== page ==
Let’s start with the full disclosure: I know Lars Pearson, publisher of Mad Norwegian Press, well enough to be on a first-name basis with him at conventions. He has provided me with a few free books, some because I’ve helped him out with proofreading and some because he’s just a really nice guy. That said, I would still be telling you about how much I love the series of essay books he publishes even if none of that were true, because they’re really quite excellent on a number of levels. And apparently the Hugo voters agree with me, since one of them has already won a Hugo and there’s another nominated even as I write this (which is one reason I’m writing this now, because voting is still open for ‘Queers Dig Time Lords’ and it’s the best one yet. The other is I just saw him at a Doctor Who convention and I’m in the mood to talk about stuff that happened at the con.)
The essay series, which started with ‘Chicks Dig Time Lords’ and moved on to Whedon, comics, and has more in the works, is primarily intended as a space for people whose voice has traditionally been underrepresented in fandom to write about their experiences. The writing has been almost universally great, with some essays by excellent professional authors and new voices from within fandom, and it’s also been insightful. When you think you’ve seen it all, especially in a fandom like Doctor Who that’s now going into its fifty-first year and which had a period of about fifteen years with nothing to do but rewatch old episodes and talk about them to each other, there’s no substitute from getting a fresh perspective on the subject from someone whose life experience is different from your own. I’d never thought of relating the process of regeneration to transgender issues, but the metaphor was described so wonderfully in ‘Queers Dig Time Lords’ that I can’t see it any other way now. To me, it’s important to give these perspectives a voice, and I’m glad Mad Norwegian feels the same way, because opening oneself up to new perspectives helps you to appreciate other people as people. I always feel like I come away from these books with a tiny sliver of someone else’s viewpoint in my head, and it’s absolutely fascinating.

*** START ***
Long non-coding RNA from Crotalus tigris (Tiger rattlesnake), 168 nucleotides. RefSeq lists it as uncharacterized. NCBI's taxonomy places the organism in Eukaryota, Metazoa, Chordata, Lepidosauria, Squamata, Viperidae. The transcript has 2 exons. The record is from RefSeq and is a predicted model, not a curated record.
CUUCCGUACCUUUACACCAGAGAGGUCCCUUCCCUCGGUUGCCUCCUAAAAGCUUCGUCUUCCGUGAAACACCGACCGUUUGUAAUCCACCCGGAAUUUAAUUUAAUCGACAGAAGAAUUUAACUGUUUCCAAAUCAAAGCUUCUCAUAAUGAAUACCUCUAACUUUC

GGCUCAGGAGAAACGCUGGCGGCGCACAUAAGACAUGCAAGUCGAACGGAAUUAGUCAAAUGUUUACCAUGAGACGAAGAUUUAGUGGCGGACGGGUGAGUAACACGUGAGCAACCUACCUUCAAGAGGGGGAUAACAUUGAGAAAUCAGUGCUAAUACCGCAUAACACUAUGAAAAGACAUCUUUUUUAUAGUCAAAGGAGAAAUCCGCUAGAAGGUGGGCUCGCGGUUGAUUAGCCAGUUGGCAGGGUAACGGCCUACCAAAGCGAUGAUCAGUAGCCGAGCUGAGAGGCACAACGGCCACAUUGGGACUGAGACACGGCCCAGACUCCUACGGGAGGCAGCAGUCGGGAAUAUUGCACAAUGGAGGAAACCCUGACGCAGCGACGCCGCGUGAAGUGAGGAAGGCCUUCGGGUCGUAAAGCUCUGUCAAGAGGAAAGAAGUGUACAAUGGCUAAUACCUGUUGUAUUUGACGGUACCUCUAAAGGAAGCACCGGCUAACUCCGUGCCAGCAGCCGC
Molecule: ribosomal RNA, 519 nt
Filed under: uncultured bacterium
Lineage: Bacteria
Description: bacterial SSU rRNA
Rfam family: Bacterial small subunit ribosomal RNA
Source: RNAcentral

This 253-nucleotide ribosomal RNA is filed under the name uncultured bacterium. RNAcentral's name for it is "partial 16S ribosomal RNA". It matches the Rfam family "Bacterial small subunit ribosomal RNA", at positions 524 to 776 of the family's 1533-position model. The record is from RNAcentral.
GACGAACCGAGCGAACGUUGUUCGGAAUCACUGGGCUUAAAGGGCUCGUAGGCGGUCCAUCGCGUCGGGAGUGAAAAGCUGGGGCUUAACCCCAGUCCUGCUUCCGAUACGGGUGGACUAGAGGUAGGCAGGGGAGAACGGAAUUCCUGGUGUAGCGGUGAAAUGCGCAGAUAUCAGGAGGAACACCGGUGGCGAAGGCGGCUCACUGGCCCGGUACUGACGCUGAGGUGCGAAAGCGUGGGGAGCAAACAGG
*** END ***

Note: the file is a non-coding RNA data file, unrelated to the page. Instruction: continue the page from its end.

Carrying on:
And they’re fun, too. Seanan McGuire (also known as Mira Grant, for those of you who’ve read her zombie novels) provides a hilarious piece in ‘Chicks Dig Time Lords’ describing her kid-self’s confusion about whether or not the Doctor was real–he was on PBS, after all, just like ‘Nova’ and ‘Wild America’. And Laura Mead gives an essay in ‘Chicks Unravel Time’ simply entitled “David Tennant’s Bum”. Because perspective is one thing, but nobody wants to be boring.
I’m really hoping that ‘Queers Dig Time Lords’ wins a Hugo, because I do think it’s better than ‘Chicks Dig Time Lords’; there are several essays that are genuinely moving, and I hope Hugo voters agree with me. But I also just think they’re worth reading, and I think that the people who read this site would like them.